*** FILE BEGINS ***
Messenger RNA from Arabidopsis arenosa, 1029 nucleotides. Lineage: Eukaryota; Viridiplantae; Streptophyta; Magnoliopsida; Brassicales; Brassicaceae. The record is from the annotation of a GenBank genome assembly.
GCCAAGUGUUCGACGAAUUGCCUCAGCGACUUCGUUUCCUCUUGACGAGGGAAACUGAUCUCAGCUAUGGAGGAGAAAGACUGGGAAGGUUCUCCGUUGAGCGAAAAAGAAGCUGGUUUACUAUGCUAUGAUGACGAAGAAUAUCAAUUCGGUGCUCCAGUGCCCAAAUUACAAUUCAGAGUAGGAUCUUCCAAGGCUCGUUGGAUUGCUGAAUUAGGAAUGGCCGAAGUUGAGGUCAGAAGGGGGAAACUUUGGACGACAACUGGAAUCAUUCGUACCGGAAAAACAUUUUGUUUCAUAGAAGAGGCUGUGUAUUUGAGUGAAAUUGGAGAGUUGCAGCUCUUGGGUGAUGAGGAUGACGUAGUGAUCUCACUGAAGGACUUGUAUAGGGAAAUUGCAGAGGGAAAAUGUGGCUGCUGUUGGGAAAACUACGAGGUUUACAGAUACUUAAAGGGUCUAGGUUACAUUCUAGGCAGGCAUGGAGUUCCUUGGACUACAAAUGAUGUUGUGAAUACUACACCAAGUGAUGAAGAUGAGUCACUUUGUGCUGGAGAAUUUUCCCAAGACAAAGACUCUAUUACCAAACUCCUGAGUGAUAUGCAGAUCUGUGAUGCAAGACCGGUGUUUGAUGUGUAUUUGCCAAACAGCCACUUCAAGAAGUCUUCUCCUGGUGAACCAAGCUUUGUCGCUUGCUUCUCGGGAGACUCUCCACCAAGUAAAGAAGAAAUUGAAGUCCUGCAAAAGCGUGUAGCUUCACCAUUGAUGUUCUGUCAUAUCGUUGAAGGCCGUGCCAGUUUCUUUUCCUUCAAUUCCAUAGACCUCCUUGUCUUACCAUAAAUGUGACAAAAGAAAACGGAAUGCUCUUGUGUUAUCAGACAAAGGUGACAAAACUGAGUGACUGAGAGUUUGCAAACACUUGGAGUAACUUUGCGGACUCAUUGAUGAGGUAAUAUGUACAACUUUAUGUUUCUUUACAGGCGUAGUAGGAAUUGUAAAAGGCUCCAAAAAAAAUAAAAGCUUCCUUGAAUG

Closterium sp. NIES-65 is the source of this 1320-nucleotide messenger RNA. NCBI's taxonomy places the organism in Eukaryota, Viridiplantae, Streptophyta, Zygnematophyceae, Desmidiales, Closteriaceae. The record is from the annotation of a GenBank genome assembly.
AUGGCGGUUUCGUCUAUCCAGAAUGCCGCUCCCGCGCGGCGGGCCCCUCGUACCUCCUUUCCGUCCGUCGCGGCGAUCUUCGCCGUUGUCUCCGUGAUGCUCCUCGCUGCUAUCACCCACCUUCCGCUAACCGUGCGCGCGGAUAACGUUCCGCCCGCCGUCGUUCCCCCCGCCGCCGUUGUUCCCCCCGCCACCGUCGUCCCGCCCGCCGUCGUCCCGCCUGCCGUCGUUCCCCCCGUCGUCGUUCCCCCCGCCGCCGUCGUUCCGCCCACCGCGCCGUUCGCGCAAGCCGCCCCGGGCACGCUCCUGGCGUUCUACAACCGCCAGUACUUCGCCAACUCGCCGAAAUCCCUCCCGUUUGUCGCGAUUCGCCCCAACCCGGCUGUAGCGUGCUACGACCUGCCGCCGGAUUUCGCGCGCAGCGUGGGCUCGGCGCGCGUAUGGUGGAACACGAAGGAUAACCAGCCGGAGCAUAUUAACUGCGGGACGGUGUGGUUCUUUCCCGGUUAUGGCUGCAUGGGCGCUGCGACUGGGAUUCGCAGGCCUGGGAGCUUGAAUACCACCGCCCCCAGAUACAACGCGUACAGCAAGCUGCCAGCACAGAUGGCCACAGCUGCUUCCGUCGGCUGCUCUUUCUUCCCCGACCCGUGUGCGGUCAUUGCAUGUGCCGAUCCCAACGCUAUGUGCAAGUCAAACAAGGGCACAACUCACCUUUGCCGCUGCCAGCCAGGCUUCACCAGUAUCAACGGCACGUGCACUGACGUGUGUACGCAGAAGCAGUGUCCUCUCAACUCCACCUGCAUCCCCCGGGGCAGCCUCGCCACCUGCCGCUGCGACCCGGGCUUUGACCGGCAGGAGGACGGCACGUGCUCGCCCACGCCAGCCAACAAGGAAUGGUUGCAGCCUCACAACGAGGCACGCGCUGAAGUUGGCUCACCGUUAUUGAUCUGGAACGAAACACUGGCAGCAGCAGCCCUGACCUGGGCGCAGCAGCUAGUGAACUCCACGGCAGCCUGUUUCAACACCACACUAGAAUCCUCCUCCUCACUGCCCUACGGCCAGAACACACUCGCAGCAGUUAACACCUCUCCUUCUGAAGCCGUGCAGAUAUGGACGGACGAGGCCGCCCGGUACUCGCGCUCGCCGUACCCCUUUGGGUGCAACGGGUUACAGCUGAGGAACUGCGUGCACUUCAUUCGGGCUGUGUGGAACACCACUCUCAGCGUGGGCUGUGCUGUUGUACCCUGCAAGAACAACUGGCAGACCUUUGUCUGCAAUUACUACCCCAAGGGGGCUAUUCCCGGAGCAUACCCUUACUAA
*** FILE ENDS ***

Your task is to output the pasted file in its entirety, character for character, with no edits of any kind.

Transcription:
Messenger RNA from Arabidopsis arenosa, 1029 nucleotides. Lineage: Eukaryota; Viridiplantae; Streptophyta; Magnoliopsida; Brassicales; Brassicaceae. The record is from the annotation of a GenBank genome assembly.
GCCAAGUGUUCGACGAAUUGCCUCAGCGACUUCGUUUCCUCUUGACGAGGGAAACUGAUCUCAGCUAUGGAGGAGAAAGACUGGGAAGGUUCUCCGUUGAGCGAAAAAGAAGCUGGUUUACUAUGCUAUGAUGACGAAGAAUAUCAAUUCGGUGCUCCAGUGCCCAAAUUACAAUUCAGAGUAGGAUCUUCCAAGGCUCGUUGGAUUGCUGAAUUAGGAAUGGCCGAAGUUGAGGUCAGAAGGGGGAAACUUUGGACGACAACUGGAAUCAUUCGUACCGGAAAAACAUUUUGUUUCAUAGAAGAGGCUGUGUAUUUGAGUGAAAUUGGAGAGUUGCAGCUCUUGGGUGAUGAGGAUGACGUAGUGAUCUCACUGAAGGACUUGUAUAGGGAAAUUGCAGAGGGAAAAUGUGGCUGCUGUUGGGAAAACUACGAGGUUUACAGAUACUUAAAGGGUCUAGGUUACAUUCUAGGCAGGCAUGGAGUUCCUUGGACUACAAAUGAUGUUGUGAAUACUACACCAAGUGAUGAAGAUGAGUCACUUUGUGCUGGAGAAUUUUCCCAAGACAAAGACUCUAUUACCAAACUCCUGAGUGAUAUGCAGAUCUGUGAUGCAAGACCGGUGUUUGAUGUGUAUUUGCCAAACAGCCACUUCAAGAAGUCUUCUCCUGGUGAACCAAGCUUUGUCGCUUGCUUCUCGGGAGACUCUCCACCAAGUAAAGAAGAAAUUGAAGUCCUGCAAAAGCGUGUAGCUUCACCAUUGAUGUUCUGUCAUAUCGUUGAAGGCCGUGCCAGUUUCUUUUCCUUCAAUUCCAUAGACCUCCUUGUCUUACCAUAAAUGUGACAAAAGAAAACGGAAUGCUCUUGUGUUAUCAGACAAAGGUGACAAAACUGAGUGACUGAGAGUUUGCAAACACUUGGAGUAACUUUGCGGACUCAUUGAUGAGGUAAUAUGUACAACUUUAUGUUUCUUUACAGGCGUAGUAGGAAUUGUAAAAGGCUCCAAAAAAAAUAAAAGCUUCCUUGAAUG

Closterium sp. NIES-65 is the source of this 1320-nucleotide messenger RNA. NCBI's taxonomy places the organism in Eukaryota, Viridiplantae, Streptophyta, Zygnematophyceae, Desmidiales, Closteriaceae. The record is from the annotation of a GenBank genome assembly.
AUGGCGGUUUCGUCUAUCCAGAAUGCCGCUCCCGCGCGGCGGGCCCCUCGUACCUCCUUUCCGUCCGUCGCGGCGAUCUUCGCCGUUGUCUCCGUGAUGCUCCUCGCUGCUAUCACCCACCUUCCGCUAACCGUGCGCGCGGAUAACGUUCCGCCCGCCGUCGUUCCCCCCGCCGCCGUUGUUCCCCCCGCCACCGUCGUCCCGCCCGCCGUCGUCCCGCCUGCCGUCGUUCCCCCCGUCGUCGUUCCCCCCGCCGCCGUCGUUCCGCCCACCGCGCCGUUCGCGCAAGCCGCCCCGGGCACGCUCCUGGCGUUCUACAACCGCCAGUACUUCGCCAACUCGCCGAAAUCCCUCCCGUUUGUCGCGAUUCGCCCCAACCCGGCUGUAGCGUGCUACGACCUGCCGCCGGAUUUCGCGCGCAGCGUGGGCUCGGCGCGCGUAUGGUGGAACACGAAGGAUAACCAGCCGGAGCAUAUUAACUGCGGGACGGUGUGGUUCUUUCCCGGUUAUGGCUGCAUGGGCGCUGCGACUGGGAUUCGCAGGCCUGGGAGCUUGAAUACCACCGCCCCCAGAUACAACGCGUACAGCAAGCUGCCAGCACAGAUGGCCACAGCUGCUUCCGUCGGCUGCUCUUUCUUCCCCGACCCGUGUGCGGUCAUUGCAUGUGCCGAUCCCAACGCUAUGUGCAAGUCAAACAAGGGCACAACUCACCUUUGCCGCUGCCAGCCAGGCUUCACCAGUAUCAACGGCACGUGCACUGACGUGUGUACGCAGAAGCAGUGUCCUCUCAACUCCACCUGCAUCCCCCGGGGCAGCCUCGCCACCUGCCGCUGCGACCCGGGCUUUGACCGGCAGGAGGACGGCACGUGCUCGCCCACGCCAGCCAACAAGGAAUGGUUGCAGCCUCACAACGAGGCACGCGCUGAAGUUGGCUCACCGUUAUUGAUCUGGAACGAAACACUGGCAGCAGCAGCCCUGACCUGGGCGCAGCAGCUAGUGAACUCCACGGCAGCCUGUUUCAACACCACACUAGAAUCCUCCUCCUCACUGCCCUACGGCCAGAACACACUCGCAGCAGUUAACACCUCUCCUUCUGAAGCCGUGCAGAUAUGGACGGACGAGGCCGCCCGGUACUCGCGCUCGCCGUACCCCUUUGGGUGCAACGGGUUACAGCUGAGGAACUGCGUGCACUUCAUUCGGGCUGUGUGGAACACCACUCUCAGCGUGGGCUGUGCUGUUGUACCCUGCAAGAACAACUGGCAGACCUUUGUCUGCAAUUACUACCCCAAGGGGGCUAUUCCCGGAGCAUACCCUUACUAA